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Hamletmachine


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A: Heiner Müller Pf: 1979, Paris; 1979, Essen Pb: 1977 Tr: 1984 G: Drama in 1 act (5 scenes); German and some English prose and verse S: Indeterminate place and period C: 1m, 1f, extras(1) Family Scrapbook. Hamlet recalls his father's funeral procession, which he stopped so that he could cut off chunks of his father's flesh to distribute for the mourners to eat, while his mother and uncle had sex on the coffin. He greets Horatio, and confesses his love–hate for his mother: ‘A mother's womb is not a one-way street.’ (2) The Europe of Women. Ophelia rejects her suicide and rebels against male oppression. (3) Scherzo. In the university of the dead, Claudius and Ophelia emerge from a coffin. Hamlet dresses in Ophelia's clothes, poses as a whore, and dances with Horatio. (4) Pest in Buda/Battle for Greenland. Hamlet has given up his role. He envisages a violent popular revolt which is crushed: ‘the hope has not been fulfilled’. All that remains is the ‘nausea’ of television. Marx, Lenin, and Mao preach revolution, but Hamlet splits open their heads with an axe. (5) While two men wrap white gauze round Ophelia in a wheelchair, she rejects ‘the happiness of submission’ and threatens vengeance: ‘When she walks through your bedrooms carrying butcher knives you'll know the truth.’This postmodernist treatment of Hamlet was the distillation of a 200-page play, which East German Müller wrote about a young man rebelling against Communist oppression. The present text, what Müller called ‘the shrunken head of the Hamlet tragedy’, is barely penetrable, its themes of political unrest, neurotic obsessions, and female emancipation being communicated in obliquely powerful poetic language and strikingly surreal theatrical images. Robert Wilson staged Hamletmachine in 1986.

A: Heiner Müller Pf: 1979, Paris; 1979, Essen Pb: 1977 Tr: 1984 G: Drama in 1 act (5 scenes); German and some English prose and verse S: Indeterminate place and period C: 1m, 1f, extras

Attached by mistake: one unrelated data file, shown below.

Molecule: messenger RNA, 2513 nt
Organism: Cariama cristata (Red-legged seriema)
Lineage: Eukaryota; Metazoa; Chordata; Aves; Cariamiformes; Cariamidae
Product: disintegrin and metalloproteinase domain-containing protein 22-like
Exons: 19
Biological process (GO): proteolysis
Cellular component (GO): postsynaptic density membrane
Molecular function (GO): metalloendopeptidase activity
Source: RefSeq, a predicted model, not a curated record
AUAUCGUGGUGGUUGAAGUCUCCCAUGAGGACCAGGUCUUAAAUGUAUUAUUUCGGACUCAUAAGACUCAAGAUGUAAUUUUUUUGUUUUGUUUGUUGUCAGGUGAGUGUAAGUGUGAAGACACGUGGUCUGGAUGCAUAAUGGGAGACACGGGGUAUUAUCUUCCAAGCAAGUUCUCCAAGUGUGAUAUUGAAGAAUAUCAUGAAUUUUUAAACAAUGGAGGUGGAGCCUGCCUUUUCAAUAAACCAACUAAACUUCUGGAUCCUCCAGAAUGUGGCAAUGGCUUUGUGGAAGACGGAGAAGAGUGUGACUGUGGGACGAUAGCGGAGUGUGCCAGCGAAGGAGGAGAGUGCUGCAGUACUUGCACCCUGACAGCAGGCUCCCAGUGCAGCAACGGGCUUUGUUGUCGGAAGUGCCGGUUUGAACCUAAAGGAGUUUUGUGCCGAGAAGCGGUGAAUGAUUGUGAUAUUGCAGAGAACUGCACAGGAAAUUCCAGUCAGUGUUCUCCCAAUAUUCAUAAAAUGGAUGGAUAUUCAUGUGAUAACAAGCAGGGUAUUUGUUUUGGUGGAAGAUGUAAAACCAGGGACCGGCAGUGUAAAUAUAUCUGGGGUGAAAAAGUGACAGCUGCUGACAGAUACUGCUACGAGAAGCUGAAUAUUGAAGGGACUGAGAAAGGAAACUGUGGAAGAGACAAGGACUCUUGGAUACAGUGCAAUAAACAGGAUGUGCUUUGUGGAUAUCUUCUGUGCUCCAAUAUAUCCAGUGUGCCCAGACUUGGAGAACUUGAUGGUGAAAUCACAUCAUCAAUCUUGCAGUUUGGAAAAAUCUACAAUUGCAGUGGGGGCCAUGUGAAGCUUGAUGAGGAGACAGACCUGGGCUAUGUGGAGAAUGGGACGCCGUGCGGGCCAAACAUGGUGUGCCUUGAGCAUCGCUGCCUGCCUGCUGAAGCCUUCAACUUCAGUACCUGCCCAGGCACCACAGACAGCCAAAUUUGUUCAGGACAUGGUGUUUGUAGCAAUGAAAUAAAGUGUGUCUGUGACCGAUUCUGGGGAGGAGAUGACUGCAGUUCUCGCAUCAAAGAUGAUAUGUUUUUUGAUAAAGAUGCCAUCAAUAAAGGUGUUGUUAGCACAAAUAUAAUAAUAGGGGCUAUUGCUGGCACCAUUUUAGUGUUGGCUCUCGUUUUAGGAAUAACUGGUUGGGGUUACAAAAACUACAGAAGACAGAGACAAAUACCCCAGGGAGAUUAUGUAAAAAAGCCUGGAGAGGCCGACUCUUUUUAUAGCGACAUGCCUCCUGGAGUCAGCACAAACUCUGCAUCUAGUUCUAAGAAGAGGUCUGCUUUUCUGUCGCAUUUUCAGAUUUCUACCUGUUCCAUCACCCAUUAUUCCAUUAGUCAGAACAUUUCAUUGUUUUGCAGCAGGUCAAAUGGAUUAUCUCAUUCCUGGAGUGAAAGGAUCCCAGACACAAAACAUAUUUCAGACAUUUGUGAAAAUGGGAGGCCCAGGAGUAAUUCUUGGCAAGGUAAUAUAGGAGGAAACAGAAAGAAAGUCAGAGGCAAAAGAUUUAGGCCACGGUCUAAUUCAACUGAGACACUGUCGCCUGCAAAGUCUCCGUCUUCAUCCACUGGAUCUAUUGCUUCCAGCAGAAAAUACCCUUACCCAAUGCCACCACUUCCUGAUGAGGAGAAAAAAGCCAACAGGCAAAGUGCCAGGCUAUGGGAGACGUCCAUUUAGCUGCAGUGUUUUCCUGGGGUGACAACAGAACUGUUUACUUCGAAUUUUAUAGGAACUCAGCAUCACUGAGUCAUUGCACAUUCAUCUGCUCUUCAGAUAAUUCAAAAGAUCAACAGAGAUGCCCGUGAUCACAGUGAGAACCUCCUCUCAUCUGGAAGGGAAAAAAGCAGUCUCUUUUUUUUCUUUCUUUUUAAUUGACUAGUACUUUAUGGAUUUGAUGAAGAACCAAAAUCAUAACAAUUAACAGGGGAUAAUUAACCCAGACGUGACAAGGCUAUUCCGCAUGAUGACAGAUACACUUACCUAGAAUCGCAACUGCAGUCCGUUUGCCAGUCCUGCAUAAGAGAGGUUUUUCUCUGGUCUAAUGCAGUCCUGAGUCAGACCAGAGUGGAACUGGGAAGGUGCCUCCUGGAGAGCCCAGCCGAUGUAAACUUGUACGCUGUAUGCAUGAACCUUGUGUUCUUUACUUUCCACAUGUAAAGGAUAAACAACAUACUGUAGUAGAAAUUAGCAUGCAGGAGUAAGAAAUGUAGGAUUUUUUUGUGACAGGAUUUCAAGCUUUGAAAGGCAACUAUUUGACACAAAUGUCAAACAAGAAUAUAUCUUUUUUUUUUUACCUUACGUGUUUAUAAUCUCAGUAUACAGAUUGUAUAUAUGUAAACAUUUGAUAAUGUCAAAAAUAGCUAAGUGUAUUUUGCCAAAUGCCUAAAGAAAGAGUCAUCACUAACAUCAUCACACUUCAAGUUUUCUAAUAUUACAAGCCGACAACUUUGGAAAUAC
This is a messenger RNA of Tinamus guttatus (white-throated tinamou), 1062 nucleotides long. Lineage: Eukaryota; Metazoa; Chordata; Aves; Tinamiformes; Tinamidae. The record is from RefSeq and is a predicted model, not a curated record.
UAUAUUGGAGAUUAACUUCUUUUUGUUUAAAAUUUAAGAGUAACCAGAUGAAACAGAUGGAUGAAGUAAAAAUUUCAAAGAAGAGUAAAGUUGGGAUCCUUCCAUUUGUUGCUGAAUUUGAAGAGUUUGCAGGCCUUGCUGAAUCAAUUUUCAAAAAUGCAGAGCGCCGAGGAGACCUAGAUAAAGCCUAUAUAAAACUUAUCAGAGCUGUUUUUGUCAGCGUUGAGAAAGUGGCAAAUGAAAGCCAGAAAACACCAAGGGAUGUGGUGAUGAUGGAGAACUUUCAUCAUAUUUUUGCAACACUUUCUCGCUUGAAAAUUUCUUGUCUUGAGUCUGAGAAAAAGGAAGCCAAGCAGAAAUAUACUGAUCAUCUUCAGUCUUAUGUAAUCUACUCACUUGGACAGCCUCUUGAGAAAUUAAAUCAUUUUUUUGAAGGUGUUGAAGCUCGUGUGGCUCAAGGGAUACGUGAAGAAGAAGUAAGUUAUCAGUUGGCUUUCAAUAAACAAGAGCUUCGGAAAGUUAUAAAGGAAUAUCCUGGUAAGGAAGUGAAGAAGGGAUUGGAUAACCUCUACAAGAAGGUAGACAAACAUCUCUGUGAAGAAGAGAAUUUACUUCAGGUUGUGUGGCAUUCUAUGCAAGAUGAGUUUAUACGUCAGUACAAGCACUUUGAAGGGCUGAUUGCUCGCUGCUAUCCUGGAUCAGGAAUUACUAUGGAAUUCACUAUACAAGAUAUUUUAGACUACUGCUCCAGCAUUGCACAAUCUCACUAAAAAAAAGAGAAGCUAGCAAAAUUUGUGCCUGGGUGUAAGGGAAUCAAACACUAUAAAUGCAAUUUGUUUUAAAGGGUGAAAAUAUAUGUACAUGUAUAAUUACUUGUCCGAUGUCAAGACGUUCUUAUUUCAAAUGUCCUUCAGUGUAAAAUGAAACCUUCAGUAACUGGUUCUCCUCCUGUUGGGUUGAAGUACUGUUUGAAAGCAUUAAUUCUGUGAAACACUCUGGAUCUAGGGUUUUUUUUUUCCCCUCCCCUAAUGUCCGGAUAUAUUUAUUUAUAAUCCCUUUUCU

(1) Family Scrapbook. Hamlet recalls his father's funeral procession, which he stopped so that he could cut off chunks of his father's flesh to distribute for the mourners to eat, while his mother and uncle had sex on the coffin. He greets Horatio, and confesses his love–hate for his mother: ‘A mother's womb is not a one-way street.’ (2) The Europe of Women. Ophelia rejects her suicide and rebels against male oppression. (3) Scherzo. In the university of the dead, Claudius and Ophelia emerge from a coffin. Hamlet dresses in Ophelia's clothes, poses as a whore, and dances with Horatio. (4) Pest in Buda/Battle for Greenland. Hamlet has given up his role. He envisages a violent popular revolt which is crushed: ‘the hope has not been fulfilled’. All that remains is the ‘nausea’ of television. Marx, Lenin, and Mao preach revolution, but Hamlet splits open their heads with an axe. (5) While two men wrap white gauze round Ophelia in a wheelchair, she rejects ‘the happiness of submission’ and threatens vengeance: ‘When she walks through your bedrooms carrying butcher knives you'll know the truth.’

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Subjects: Literary Studies (Plays and Playwrights).


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